Tuesday, March 15, 2005

I Should Have Gone to Med School

We were told before coming to China to bring any and all medications that we might need for any ailment. Did that. Had a suitcase full of them. But there are certain conditions that require a medical visit and prescription that you just can't anticipate. Which means visiting a Chinese medical clinic. Which means hours of confusion and worry and frustration on both sides, not simply because of language, but because of a fundamental disconnect between the ways we view medicine.

For instance, I happen to worship at the altar of the antibiotic. I do not use them needlessly, I harangue those who do, I absolutely want them to remain effective because they are, to my mind, the silver bullet for so many situations. I am open to the idea of other complementary treatments but would never ever substitute actual medicine tested via the scientific method for mashed tree bark or some such substance. Hence the disconnect with the medical situation in China.

At least in the clinic that I have visited, and in speaking to others who have had to visit others, there is a persistent belief in certain folk remedies that seems to hinder or prevent the rapid and effective cure of certain conditions. Obviously, in some cases a slower hand is warranted. In others, why would you get better in 10 days if you could get better in 4? And if one more person tells me that keeping my baby in 5 layers of clothing will cure bronchitis, I will completely lose my noodle. Antibiotics cure bronchitis. Medicine cures bronchitis. Mittens do not. They don't hurt. But they don't cure bronchitis. And no I will NOT be feeding her the green tea herbal thing you gave me, even if you are a doctor. I, as an adult, wouldn't randomly take an herbal concoction in a foreign country, and I'm d*mn sure not giving to my baby. Especially when I can't read the bottle and the one English word in it did not show any results on google. Stupid benchmark maybe, but I figure any kind of medicine or name brand would show up somehow.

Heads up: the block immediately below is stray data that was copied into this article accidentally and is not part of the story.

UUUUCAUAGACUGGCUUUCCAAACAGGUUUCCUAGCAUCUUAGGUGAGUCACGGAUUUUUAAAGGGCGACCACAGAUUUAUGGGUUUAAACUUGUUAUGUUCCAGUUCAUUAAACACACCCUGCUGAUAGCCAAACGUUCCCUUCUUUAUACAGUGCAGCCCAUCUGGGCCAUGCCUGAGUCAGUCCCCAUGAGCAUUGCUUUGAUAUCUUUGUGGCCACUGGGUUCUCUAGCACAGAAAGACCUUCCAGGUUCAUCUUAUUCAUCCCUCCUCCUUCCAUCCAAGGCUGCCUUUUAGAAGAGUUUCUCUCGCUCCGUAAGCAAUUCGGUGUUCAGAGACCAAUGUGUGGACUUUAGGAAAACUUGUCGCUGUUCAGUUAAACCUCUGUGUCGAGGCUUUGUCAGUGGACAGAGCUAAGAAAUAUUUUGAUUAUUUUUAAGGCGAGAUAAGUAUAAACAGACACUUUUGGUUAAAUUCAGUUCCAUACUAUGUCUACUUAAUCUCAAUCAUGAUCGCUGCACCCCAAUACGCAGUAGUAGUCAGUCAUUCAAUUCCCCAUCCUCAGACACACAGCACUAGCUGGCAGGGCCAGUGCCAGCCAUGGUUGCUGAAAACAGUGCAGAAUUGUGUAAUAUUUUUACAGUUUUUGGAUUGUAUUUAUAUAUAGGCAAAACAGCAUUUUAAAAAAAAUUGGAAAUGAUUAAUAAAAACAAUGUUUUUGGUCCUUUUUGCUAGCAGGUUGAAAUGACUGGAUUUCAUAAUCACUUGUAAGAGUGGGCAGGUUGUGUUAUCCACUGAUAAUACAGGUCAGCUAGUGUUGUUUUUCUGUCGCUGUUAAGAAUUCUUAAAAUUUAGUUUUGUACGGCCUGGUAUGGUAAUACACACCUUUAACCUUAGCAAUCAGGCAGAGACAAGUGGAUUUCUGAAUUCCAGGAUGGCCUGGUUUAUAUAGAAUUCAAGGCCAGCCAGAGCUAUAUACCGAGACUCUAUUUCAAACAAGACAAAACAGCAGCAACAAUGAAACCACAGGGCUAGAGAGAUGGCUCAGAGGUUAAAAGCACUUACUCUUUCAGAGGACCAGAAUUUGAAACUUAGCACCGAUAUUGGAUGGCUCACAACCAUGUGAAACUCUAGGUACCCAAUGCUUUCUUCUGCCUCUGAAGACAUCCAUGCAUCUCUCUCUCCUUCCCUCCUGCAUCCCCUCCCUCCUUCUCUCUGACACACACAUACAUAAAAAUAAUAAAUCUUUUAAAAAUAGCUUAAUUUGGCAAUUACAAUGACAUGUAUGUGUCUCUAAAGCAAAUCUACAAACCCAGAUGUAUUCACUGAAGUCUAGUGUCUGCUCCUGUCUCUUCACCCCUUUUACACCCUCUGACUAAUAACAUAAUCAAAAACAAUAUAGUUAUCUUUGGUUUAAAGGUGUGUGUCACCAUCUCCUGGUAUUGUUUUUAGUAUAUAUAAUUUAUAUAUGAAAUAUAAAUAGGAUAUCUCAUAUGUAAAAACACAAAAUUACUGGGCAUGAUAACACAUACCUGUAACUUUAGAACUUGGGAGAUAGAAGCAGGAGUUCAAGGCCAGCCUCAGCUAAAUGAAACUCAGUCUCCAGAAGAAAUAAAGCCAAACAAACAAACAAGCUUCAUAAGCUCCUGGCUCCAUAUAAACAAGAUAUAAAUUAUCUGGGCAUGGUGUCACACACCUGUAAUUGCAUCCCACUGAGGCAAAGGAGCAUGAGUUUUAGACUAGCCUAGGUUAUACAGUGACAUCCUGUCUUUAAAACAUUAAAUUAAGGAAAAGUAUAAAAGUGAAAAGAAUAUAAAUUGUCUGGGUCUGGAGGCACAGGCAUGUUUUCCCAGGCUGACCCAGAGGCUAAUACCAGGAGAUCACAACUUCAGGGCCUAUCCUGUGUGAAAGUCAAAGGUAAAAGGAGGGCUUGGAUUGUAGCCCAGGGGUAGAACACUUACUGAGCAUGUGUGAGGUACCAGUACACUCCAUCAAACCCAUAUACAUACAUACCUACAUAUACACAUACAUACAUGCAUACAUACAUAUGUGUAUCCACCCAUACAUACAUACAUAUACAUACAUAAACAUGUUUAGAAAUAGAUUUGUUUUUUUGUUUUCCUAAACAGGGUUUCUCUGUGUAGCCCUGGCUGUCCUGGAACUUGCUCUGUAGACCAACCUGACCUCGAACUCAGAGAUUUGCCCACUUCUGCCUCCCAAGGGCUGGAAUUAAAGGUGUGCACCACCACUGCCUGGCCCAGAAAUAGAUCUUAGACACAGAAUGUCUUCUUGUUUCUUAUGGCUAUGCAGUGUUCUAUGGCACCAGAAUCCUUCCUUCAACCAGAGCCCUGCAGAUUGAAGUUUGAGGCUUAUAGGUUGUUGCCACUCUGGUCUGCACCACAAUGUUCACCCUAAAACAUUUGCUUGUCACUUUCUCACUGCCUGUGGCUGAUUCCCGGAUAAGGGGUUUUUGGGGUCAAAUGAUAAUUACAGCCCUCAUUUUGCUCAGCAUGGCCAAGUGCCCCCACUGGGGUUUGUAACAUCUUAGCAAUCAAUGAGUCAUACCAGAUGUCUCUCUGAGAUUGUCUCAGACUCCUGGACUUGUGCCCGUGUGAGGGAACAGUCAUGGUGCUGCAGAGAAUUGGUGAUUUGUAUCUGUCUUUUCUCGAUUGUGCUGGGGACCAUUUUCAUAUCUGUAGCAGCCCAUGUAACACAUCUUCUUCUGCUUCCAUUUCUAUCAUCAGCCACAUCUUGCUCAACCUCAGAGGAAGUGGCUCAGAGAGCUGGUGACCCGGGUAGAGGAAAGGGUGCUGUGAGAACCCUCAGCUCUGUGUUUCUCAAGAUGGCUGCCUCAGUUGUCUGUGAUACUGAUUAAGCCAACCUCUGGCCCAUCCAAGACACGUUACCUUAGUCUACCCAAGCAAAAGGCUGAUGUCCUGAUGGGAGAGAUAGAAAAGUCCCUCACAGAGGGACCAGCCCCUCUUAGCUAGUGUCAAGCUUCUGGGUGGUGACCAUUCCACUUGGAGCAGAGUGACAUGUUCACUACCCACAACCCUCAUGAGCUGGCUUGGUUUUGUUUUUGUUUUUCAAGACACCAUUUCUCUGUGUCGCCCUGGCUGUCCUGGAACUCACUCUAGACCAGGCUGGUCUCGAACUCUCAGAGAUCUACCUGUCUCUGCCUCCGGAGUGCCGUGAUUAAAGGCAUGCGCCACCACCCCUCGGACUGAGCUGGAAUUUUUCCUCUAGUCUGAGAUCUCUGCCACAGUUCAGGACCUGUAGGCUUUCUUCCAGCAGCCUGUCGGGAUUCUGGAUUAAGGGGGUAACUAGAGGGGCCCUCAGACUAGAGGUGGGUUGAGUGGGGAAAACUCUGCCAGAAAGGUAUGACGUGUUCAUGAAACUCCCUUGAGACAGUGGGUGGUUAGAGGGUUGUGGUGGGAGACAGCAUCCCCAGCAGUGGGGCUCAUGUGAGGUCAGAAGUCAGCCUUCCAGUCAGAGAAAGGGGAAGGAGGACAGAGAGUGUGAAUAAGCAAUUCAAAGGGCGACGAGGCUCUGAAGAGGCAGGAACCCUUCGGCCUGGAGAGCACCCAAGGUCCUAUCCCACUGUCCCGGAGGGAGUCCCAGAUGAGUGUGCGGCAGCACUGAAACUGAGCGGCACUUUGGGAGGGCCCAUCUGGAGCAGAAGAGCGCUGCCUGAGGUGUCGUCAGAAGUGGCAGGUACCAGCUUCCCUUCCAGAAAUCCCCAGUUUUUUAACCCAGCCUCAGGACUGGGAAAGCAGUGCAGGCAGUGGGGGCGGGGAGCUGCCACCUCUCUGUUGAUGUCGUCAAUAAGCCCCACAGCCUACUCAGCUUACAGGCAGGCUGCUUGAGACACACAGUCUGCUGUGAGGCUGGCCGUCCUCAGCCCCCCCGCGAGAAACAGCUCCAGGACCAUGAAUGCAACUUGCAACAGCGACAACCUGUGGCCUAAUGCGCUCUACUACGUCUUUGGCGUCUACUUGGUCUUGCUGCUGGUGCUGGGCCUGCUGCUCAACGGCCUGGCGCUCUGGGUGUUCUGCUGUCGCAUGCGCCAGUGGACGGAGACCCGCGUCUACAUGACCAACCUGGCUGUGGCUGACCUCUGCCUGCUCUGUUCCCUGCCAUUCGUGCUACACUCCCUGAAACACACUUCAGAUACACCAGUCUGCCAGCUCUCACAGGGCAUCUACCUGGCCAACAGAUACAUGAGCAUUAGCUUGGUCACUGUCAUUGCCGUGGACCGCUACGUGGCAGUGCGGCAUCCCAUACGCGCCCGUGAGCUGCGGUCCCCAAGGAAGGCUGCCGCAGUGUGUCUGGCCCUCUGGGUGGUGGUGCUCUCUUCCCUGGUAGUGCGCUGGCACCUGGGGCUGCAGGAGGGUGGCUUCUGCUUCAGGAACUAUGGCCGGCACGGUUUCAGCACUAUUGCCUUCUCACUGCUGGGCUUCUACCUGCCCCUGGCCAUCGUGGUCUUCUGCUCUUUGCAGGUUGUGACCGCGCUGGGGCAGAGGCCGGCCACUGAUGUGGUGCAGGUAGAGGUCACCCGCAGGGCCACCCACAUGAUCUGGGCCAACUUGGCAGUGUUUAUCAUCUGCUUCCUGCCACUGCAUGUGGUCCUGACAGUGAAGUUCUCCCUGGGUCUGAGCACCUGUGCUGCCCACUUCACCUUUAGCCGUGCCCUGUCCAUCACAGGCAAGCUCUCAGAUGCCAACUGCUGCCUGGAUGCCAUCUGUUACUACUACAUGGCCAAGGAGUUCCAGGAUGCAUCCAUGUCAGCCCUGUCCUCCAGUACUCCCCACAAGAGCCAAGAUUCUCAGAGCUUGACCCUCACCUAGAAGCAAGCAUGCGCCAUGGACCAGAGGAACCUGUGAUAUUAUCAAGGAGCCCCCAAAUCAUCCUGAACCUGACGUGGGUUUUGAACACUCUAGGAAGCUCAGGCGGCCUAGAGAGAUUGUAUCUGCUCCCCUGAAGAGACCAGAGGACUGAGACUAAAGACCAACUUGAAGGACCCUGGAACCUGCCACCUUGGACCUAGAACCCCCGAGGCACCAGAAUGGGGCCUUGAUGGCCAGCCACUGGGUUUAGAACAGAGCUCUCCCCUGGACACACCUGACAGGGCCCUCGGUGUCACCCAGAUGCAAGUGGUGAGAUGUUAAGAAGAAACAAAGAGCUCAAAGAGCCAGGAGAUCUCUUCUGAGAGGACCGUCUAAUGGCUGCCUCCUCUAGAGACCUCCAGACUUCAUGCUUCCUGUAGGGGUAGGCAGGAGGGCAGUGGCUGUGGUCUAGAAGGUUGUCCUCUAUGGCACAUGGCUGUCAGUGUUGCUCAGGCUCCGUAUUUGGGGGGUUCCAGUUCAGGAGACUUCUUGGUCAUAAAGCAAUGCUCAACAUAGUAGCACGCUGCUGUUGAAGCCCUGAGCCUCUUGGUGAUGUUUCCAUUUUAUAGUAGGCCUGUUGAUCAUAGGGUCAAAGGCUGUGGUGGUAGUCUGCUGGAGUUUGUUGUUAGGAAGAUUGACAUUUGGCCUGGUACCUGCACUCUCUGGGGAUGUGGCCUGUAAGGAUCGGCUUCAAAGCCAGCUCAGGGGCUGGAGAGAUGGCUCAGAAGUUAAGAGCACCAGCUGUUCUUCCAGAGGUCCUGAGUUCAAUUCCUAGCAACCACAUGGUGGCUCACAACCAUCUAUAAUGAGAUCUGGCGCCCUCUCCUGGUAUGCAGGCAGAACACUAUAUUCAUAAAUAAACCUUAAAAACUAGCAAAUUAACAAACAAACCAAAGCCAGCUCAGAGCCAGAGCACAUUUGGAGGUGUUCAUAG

So every visit to the clinic has been a small exercise in frustration, although to be fair, with good intentions on both sides. But I'm just so over it. I'm tired of being asked if I'm keeping a hat on her head, whether I keep her warm in the bath, etc etc. Yes, yes! So can we have the medicine now?! You know--to ease her symptoms and cure the disease? So she doesn't develop pneumonia? So I don't get a case of it too?! Please?!! Then it occurred to me: I bet they don't have the meds. They don't have a stash of cipro and amoxicillin on hand, so they are relying on all this other stuff because they have had to. Luckily, we are getting the meds we need because we are westerners, but I am willing to bet that the local residents are simply wearing hats, staying warm and drinking green tea mixes.

All told, I never thought I'd say this, but I miss my Rite Aid. I just need a pharmacy that sells actual products that have actual active ingredients in them, like hydrocortisone cream and cough syrup; not bear bile powder and shark fin essence. I swear, for my own cough, I would literally spend a hundred dollars for a bottle of robitussin, so desperate am I. I kid you not: My kingdom for some robitussin. I have never once before in my life been grateful to my core for a pharmacy on seemingly every corner where anything I need is available, sometimes 24 hours a day. I'll never take that for granted again.


Shane said...

First off.. I love the blog.. super funny and enjoyable... (dubiousquality.blogspot.com sent me) but I have to burst your robotusin bubble.. do a google search for cough syrup study and you'll find a study or two showing that cough syrups do nothing. And the funny thing is I actually read this study 1/2 way through a really bad cold and placebo effect went away completely and the bottle of cough syrup did nothing for me..

Richie Grana said...

I''m not familiar with this subject but interesed.